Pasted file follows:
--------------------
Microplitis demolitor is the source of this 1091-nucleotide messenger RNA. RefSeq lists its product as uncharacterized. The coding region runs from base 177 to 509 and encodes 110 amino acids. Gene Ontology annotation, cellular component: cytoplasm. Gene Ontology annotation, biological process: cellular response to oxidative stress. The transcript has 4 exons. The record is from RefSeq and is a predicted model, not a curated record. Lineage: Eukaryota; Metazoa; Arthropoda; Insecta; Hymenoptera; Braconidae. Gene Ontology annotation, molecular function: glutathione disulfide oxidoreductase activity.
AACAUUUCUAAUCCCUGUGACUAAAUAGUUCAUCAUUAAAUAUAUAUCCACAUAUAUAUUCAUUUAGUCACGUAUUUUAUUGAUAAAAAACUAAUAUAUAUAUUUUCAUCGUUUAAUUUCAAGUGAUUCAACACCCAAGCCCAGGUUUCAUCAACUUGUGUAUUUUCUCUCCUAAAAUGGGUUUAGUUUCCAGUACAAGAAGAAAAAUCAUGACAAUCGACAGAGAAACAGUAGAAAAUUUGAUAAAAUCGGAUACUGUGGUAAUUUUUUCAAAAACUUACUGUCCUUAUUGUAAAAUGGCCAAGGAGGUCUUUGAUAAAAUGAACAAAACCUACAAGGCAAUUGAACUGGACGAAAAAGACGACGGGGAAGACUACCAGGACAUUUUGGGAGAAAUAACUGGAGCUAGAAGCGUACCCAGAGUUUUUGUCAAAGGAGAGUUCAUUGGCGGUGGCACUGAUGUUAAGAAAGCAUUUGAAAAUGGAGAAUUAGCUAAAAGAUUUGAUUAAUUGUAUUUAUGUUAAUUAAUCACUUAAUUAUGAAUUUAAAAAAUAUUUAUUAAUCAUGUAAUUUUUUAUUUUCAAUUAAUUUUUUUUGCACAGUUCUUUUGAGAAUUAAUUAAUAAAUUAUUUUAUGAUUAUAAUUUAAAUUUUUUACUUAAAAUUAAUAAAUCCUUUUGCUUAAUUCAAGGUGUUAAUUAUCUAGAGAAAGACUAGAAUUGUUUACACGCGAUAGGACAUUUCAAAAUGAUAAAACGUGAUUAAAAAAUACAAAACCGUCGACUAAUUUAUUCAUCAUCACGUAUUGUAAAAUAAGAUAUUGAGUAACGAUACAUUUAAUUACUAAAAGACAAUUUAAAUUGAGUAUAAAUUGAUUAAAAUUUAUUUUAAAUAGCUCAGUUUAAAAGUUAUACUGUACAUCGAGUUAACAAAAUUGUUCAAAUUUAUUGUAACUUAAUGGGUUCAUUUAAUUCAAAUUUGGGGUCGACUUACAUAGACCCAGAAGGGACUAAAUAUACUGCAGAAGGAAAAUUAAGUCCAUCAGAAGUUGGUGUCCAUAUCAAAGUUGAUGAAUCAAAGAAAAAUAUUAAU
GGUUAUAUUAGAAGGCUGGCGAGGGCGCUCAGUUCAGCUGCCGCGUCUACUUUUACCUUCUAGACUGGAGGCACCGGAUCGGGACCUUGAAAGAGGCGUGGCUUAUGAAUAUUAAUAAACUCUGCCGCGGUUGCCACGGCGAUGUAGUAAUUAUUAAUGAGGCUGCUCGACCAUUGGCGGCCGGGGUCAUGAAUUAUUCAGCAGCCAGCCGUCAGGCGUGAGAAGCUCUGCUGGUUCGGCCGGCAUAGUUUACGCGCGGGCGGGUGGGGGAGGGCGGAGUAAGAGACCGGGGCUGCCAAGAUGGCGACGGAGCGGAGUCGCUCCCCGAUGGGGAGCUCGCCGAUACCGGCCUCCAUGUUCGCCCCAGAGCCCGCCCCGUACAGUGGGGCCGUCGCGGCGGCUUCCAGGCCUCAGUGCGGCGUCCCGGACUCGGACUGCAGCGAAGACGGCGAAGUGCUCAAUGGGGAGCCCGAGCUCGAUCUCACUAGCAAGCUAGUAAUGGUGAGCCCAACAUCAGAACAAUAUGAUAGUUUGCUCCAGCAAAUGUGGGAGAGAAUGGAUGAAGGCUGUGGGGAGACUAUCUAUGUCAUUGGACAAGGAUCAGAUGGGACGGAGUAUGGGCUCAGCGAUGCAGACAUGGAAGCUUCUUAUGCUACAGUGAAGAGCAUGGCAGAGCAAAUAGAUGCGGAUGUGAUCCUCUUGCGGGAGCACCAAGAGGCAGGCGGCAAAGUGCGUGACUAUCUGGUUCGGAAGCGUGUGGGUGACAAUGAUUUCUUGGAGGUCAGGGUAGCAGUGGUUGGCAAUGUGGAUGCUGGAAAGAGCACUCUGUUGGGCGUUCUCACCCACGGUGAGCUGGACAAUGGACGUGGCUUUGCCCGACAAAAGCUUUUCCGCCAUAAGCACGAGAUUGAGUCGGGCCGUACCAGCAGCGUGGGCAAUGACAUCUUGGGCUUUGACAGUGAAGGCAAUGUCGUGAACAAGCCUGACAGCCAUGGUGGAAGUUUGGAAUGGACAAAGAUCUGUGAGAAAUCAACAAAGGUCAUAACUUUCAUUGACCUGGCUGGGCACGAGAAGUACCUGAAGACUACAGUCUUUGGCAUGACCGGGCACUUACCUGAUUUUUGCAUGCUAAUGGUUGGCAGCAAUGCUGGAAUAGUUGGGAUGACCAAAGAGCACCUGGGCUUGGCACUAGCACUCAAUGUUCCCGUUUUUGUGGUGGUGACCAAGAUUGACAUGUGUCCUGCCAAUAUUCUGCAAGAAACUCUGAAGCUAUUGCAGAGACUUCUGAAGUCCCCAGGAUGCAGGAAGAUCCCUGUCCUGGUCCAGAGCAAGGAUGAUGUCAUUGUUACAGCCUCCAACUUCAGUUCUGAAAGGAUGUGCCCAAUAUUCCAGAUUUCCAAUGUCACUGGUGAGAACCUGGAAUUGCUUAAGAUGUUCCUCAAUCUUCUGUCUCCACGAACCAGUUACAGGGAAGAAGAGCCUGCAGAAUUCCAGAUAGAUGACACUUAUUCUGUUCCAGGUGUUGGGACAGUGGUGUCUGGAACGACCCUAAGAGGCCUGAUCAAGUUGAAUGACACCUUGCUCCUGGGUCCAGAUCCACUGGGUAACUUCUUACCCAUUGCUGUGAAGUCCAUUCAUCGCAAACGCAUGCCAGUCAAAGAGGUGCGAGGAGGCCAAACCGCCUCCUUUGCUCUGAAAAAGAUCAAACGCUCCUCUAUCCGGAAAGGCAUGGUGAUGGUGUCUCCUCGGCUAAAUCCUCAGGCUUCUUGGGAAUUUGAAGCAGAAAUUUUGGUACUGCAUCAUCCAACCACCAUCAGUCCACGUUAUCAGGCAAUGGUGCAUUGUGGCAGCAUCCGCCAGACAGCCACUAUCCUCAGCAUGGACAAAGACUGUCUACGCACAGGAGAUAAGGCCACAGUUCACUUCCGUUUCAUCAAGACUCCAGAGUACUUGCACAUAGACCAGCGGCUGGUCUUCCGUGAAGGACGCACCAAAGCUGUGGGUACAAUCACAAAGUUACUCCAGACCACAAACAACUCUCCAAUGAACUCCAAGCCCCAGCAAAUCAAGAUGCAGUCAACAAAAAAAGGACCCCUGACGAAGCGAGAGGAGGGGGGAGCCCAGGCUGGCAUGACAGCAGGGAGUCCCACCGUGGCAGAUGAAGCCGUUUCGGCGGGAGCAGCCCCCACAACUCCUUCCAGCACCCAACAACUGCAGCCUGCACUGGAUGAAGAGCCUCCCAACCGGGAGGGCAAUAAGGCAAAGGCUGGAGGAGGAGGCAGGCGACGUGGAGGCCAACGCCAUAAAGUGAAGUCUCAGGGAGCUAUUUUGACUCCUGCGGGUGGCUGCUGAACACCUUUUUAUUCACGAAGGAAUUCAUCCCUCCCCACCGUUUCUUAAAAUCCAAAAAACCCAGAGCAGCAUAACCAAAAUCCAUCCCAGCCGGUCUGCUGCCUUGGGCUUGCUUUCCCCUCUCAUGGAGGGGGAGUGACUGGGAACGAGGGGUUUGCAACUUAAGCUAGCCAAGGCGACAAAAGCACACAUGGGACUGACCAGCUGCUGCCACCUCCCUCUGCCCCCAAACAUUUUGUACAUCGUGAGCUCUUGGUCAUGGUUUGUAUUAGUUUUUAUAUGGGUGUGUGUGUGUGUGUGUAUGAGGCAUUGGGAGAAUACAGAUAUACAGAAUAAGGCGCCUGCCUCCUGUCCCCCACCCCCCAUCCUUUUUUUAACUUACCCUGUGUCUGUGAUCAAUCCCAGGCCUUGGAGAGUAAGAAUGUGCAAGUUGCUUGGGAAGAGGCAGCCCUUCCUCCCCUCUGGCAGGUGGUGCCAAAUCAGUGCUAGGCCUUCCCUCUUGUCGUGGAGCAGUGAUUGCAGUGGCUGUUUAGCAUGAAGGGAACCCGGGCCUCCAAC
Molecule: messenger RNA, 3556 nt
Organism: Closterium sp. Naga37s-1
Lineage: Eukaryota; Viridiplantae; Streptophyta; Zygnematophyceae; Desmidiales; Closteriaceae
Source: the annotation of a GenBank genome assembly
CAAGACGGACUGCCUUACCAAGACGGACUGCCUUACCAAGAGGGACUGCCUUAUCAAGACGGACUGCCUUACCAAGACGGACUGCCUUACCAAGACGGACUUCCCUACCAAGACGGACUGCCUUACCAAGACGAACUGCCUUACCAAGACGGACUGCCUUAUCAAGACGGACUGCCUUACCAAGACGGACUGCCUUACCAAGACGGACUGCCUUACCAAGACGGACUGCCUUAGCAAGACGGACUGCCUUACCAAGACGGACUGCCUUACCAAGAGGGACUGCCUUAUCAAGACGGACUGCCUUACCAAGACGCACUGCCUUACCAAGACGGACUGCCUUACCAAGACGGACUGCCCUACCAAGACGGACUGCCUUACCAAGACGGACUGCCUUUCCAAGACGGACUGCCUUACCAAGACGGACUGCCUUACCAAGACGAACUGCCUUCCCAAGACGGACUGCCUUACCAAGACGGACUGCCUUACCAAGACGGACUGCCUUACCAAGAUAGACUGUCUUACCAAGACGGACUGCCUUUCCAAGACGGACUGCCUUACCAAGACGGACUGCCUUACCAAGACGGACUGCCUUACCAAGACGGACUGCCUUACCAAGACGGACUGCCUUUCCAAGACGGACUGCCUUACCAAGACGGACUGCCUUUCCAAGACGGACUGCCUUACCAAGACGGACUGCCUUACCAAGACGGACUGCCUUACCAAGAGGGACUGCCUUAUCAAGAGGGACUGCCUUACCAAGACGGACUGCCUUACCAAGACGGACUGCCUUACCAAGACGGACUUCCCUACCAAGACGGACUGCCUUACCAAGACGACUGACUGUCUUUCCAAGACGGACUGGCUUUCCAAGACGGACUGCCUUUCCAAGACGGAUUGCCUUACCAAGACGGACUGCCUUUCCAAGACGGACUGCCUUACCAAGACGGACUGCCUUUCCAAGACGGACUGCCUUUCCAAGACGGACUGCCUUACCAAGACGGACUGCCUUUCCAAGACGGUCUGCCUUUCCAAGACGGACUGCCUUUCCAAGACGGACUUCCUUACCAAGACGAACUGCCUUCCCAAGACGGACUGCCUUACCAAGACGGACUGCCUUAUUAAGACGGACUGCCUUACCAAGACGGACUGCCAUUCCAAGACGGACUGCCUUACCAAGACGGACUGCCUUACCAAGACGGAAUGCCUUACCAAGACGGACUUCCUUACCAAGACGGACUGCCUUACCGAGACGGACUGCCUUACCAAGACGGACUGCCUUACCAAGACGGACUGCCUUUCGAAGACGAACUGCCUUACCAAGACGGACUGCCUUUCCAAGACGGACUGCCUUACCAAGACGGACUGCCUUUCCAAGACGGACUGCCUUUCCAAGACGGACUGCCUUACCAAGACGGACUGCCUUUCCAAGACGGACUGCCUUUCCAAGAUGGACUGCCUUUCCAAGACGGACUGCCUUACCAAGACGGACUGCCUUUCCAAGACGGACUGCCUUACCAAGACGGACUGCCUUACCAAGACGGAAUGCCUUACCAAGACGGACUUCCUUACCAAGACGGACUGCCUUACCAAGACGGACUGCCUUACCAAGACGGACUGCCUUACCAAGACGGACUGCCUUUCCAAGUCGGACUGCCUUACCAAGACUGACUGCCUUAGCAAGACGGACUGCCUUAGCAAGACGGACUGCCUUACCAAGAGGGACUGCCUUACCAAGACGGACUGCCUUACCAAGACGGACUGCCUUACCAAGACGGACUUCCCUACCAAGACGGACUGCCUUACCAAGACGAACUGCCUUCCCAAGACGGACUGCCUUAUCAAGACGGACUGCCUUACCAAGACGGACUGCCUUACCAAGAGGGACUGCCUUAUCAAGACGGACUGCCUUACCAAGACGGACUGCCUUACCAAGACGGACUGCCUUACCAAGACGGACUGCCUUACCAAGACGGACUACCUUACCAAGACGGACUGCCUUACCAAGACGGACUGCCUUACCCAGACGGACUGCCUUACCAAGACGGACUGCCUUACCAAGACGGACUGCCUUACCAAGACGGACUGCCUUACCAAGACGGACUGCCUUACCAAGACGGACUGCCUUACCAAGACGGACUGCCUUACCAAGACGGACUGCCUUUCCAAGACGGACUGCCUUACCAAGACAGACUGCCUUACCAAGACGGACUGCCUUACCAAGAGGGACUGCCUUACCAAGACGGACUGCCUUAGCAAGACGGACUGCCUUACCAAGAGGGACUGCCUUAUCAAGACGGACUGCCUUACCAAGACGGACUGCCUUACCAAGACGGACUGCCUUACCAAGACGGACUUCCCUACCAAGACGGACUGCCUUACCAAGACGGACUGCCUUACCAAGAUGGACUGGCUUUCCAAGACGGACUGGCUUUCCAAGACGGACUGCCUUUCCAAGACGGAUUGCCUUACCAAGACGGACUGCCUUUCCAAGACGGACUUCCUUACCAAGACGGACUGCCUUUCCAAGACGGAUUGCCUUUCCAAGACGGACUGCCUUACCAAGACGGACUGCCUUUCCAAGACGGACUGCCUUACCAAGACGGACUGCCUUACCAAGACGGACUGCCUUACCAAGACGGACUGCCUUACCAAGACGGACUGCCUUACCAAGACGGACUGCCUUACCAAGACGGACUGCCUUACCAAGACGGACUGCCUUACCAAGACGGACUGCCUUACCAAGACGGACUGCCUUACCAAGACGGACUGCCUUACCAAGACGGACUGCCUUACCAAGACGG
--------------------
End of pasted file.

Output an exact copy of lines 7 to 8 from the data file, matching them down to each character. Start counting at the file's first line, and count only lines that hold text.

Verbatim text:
Source: the annotation of a GenBank genome assembly
CAAGACGGACUGCCUUACCAAGACGGACUGCCUUACCAAGAGGGACUGCCUUAUCAAGACGGACUGCCUUACCAAGACGGACUGCCUUACCAAGACGGACUUCCCUACCAAGACGGACUGCCUUACCAAGACGAACUGCCUUACCAAGACGGACUGCCUUAUCAAGACGGACUGCCUUACCAAGACGGACUGCCUUACCAAGACGGACUGCCUUACCAAGACGGACUGCCUUAGCAAGACGGACUGCCUUACCAAGACGGACUGCCUUACCAAGAGGGACUGCCUUAUCAAGACGGACUGCCUUACCAAGACGCACUGCCUUACCAAGACGGACUGCCUUACCAAGACGGACUGCCCUACCAAGACGGACUGCCUUACCAAGACGGACUGCCUUUCCAAGACGGACUGCCUUACCAAGACGGACUGCCUUACCAAGACGAACUGCCUUCCCAAGACGGACUGCCUUACCAAGACGGACUGCCUUACCAAGACGGACUGCCUUACCAAGAUAGACUGUCUUACCAAGACGGACUGCCUUUCCAAGACGGACUGCCUUACCAAGACGGACUGCCUUACCAAGACGGACUGCCUUACCAAGACGGACUGCCUUACCAAGACGGACUGCCUUUCCAAGACGGACUGCCUUACCAAGACGGACUGCCUUUCCAAGACGGACUGCCUUACCAAGACGGACUGCCUUACCAAGACGGACUGCCUUACCAAGAGGGACUGCCUUAUCAAGAGGGACUGCCUUACCAAGACGGACUGCCUUACCAAGACGGACUGCCUUACCAAGACGGACUUCCCUACCAAGACGGACUGCCUUACCAAGACGACUGACUGUCUUUCCAAGACGGACUGGCUUUCCAAGACGGACUGCCUUUCCAAGACGGAUUGCCUUACCAAGACGGACUGCCUUUCCAAGACGGACUGCCUUACCAAGACGGACUGCCUUUCCAAGACGGACUGCCUUUCCAAGACGGACUGCCUUACCAAGACGGACUGCCUUUCCAAGACGGUCUGCCUUUCCAAGACGGACUGCCUUUCCAAGACGGACUUCCUUACCAAGACGAACUGCCUUCCCAAGACGGACUGCCUUACCAAGACGGACUGCCUUAUUAAGACGGACUGCCUUACCAAGACGGACUGCCAUUCCAAGACGGACUGCCUUACCAAGACGGACUGCCUUACCAAGACGGAAUGCCUUACCAAGACGGACUUCCUUACCAAGACGGACUGCCUUACCGAGACGGACUGCCUUACCAAGACGGACUGCCUUACCAAGACGGACUGCCUUUCGAAGACGAACUGCCUUACCAAGACGGACUGCCUUUCCAAGACGGACUGCCUUACCAAGACGGACUGCCUUUCCAAGACGGACUGCCUUUCCAAGACGGACUGCCUUACCAAGACGGACUGCCUUUCCAAGACGGACUGCCUUUCCAAGAUGGACUGCCUUUCCAAGACGGACUGCCUUACCAAGACGGACUGCCUUUCCAAGACGGACUGCCUUACCAAGACGGACUGCCUUACCAAGACGGAAUGCCUUACCAAGACGGACUUCCUUACCAAGACGGACUGCCUUACCAAGACGGACUGCCUUACCAAGACGGACUGCCUUACCAAGACGGACUGCCUUUCCAAGUCGGACUGCCUUACCAAGACUGACUGCCUUAGCAAGACGGACUGCCUUAGCAAGACGGACUGCCUUACCAAGAGGGACUGCCUUACCAAGACGGACUGCCUUACCAAGACGGACUGCCUUACCAAGACGGACUUCCCUACCAAGACGGACUGCCUUACCAAGACGAACUGCCUUCCCAAGACGGACUGCCUUAUCAAGACGGACUGCCUUACCAAGACGGACUGCCUUACCAAGAGGGACUGCCUUAUCAAGACGGACUGCCUUACCAAGACGGACUGCCUUACCAAGACGGACUGCCUUACCAAGACGGACUGCCUUACCAAGACGGACUACCUUACCAAGACGGACUGCCUUACCAAGACGGACUGCCUUACCCAGACGGACUGCCUUACCAAGACGGACUGCCUUACCAAGACGGACUGCCUUACCAAGACGGACUGCCUUACCAAGACGGACUGCCUUACCAAGACGGACUGCCUUACCAAGACGGACUGCCUUACCAAGACGGACUGCCUUUCCAAGACGGACUGCCUUACCAAGACAGACUGCCUUACCAAGACGGACUGCCUUACCAAGAGGGACUGCCUUACCAAGACGGACUGCCUUAGCAAGACGGACUGCCUUACCAAGAGGGACUGCCUUAUCAAGACGGACUGCCUUACCAAGACGGACUGCCUUACCAAGACGGACUGCCUUACCAAGACGGACUUCCCUACCAAGACGGACUGCCUUACCAAGACGGACUGCCUUACCAAGAUGGACUGGCUUUCCAAGACGGACUGGCUUUCCAAGACGGACUGCCUUUCCAAGACGGAUUGCCUUACCAAGACGGACUGCCUUUCCAAGACGGACUUCCUUACCAAGACGGACUGCCUUUCCAAGACGGAUUGCCUUUCCAAGACGGACUGCCUUACCAAGACGGACUGCCUUUCCAAGACGGACUGCCUUACCAAGACGGACUGCCUUACCAAGACGGACUGCCUUACCAAGACGGACUGCCUUACCAAGACGGACUGCCUUACCAAGACGGACUGCCUUACCAAGACGGACUGCCUUACCAAGACGGACUGCCUUACCAAGACGGACUGCCUUACCAAGACGGACUGCCUUACCAAGACGGACUGCCUUACCAAGACGGACUGCCUUACCAAGACGG